Markets can and often do change direction on a moment’s notice. Cattle prices were at a record high in early March 2012, but quickly turned and dropped below the uptrending channel, thus ending the rally.
An uptrending channel develops during a period of rising prices and support is determined by a line drawn across the lows of the reactions. Once a trend begins in earnest, it has a very high tendency to persist. When rallies begin to fall short of the upper channel boundary, this could prove to be an important first indication that the current trend is running out of steam.
There’s the old adage, “The trend is your friend,” so when prices break below the lower boundary (A), of the uptrending channel, this changes the trend and selling increases. As soon as sell-stops are triggered — prices plunge.
After a valid penetration of the channel’s lower boundary, prices will move with an initial thrust in that direction, but then will often turn back to approach the trendline (B), which invariably provides a selling opportunity.
We’ve all heard the expression, “What goes up, must come down.” This is especially true in commodity markets. It is only a matter of time before a fully entrenched bull market, like live cattle, dies under its own weight.
The news is always bullish at the top, so tops are often elusive and difficult to predict. The outlook for higher prices attracts more willing buyers, who jump in at any price and this propells prices higher. Then without any fundamental change — prices suddenly reverse back down on long liquidation.
I find that the best way to cut through all the positive, market-driving “news” often associated with the top of bull markets, is to have the discipline to rely on well-defined chart patterns.
Reversal patterns that appear on the daily, weekly and monthly charts are reliable tools for identifying a change in trend, especially when they emerge at the height of a bull market.
The first indication that cattle prices were about to turn down was when a two-day reversal provided a sell signal on March 2, 2012. This reversal pattern occurred on the April 2012 futures contract, as prices were challenging the contract high ($131.50).
Further verification of the impending downturn occurred when a two-week reversal materialized on the weekly nearby chart on March 9, 2012, which was followed by the development of a two-month reversal on the monthly nearby chart on March 30, 2012.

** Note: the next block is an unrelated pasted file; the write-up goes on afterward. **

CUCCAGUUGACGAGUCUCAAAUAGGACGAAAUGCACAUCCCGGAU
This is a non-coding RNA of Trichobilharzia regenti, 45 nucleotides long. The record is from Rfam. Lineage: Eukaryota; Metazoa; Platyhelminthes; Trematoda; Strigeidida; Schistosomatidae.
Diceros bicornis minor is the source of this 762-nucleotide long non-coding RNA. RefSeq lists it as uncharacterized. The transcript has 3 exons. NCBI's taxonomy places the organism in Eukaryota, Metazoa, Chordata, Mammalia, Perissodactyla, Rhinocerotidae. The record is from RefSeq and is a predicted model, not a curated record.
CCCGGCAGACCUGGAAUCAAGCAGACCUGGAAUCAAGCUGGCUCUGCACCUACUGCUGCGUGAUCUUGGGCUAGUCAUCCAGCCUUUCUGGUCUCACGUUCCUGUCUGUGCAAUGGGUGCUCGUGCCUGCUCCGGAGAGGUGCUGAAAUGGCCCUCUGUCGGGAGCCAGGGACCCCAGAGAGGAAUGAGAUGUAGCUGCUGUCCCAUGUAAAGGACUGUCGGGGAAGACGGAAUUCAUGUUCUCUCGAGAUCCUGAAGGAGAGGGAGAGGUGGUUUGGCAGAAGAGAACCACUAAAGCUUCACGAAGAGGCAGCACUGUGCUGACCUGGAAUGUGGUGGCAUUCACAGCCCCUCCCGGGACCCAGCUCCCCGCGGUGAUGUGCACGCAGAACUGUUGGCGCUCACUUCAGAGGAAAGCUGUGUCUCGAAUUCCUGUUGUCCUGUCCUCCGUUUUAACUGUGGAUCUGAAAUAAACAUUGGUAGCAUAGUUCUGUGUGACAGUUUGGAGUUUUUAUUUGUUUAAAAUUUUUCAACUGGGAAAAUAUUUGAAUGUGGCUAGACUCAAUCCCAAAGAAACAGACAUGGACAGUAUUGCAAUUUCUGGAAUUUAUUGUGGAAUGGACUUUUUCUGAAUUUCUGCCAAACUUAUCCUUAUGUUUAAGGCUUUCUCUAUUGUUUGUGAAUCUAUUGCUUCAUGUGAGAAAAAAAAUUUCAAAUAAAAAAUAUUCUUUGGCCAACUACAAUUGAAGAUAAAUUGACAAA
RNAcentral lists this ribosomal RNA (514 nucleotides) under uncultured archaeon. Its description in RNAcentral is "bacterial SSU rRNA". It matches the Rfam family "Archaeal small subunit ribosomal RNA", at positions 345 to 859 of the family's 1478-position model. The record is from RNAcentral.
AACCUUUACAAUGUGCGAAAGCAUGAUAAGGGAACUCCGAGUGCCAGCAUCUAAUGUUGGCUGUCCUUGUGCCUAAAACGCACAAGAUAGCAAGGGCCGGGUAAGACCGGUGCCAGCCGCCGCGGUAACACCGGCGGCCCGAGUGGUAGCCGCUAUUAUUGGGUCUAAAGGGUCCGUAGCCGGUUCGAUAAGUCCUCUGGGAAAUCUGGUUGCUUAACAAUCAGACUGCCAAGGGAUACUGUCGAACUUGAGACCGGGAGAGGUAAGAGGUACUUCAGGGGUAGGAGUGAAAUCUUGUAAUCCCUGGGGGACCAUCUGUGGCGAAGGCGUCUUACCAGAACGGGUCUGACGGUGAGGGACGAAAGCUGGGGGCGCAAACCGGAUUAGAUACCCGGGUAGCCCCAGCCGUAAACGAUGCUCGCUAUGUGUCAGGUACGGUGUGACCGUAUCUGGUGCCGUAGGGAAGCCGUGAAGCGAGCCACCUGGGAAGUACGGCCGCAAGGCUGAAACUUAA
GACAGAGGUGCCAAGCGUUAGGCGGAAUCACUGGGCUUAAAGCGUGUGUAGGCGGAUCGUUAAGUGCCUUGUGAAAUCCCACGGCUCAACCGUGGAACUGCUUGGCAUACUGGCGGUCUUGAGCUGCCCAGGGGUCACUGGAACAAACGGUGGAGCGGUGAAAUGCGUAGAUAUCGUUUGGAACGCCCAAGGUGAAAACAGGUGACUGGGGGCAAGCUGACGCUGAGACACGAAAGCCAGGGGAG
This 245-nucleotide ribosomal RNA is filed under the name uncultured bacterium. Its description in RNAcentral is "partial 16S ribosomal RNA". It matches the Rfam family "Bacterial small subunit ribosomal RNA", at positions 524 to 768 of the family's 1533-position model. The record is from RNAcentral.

It is not all that uncommon to see a reversal pattern at the top of a rally on the daily charts, but when it is followed by reversal patterns on the weekly and monthly nearby charts, it adds all the more probability of an ensuing downturn.
I’ve illustrated the two-week reversal in the accompanying chart. On the first week, the market advances to new highs, and closes very strong at or near the high of the day.
During the following week, prices open unchanged to slightly higher, but fail to have follow-through strength. Selling picks up, which stalls the advance and prices begin to erode. By week’s end, the market drops to around the preceding week’s low and closes at or near that level.
The two-week reversal is a snapshot of a 180-degree turn in sentiment. On the first week, the longs are comfortable and confident. The market’s performance provides encouragement and reinforces the expectation for greater profits.
The second week’s activity is psychologically damaging. It is a complete turnaround from the preceding week and shakes the confidence of those who are still long the market. The longs respond to weakening prices by exiting (selling) the market.
Keeping a watchful eye for reversal patterns in a bull market can provide insight and an opportunity to hedge prices before a market’s trend changes.
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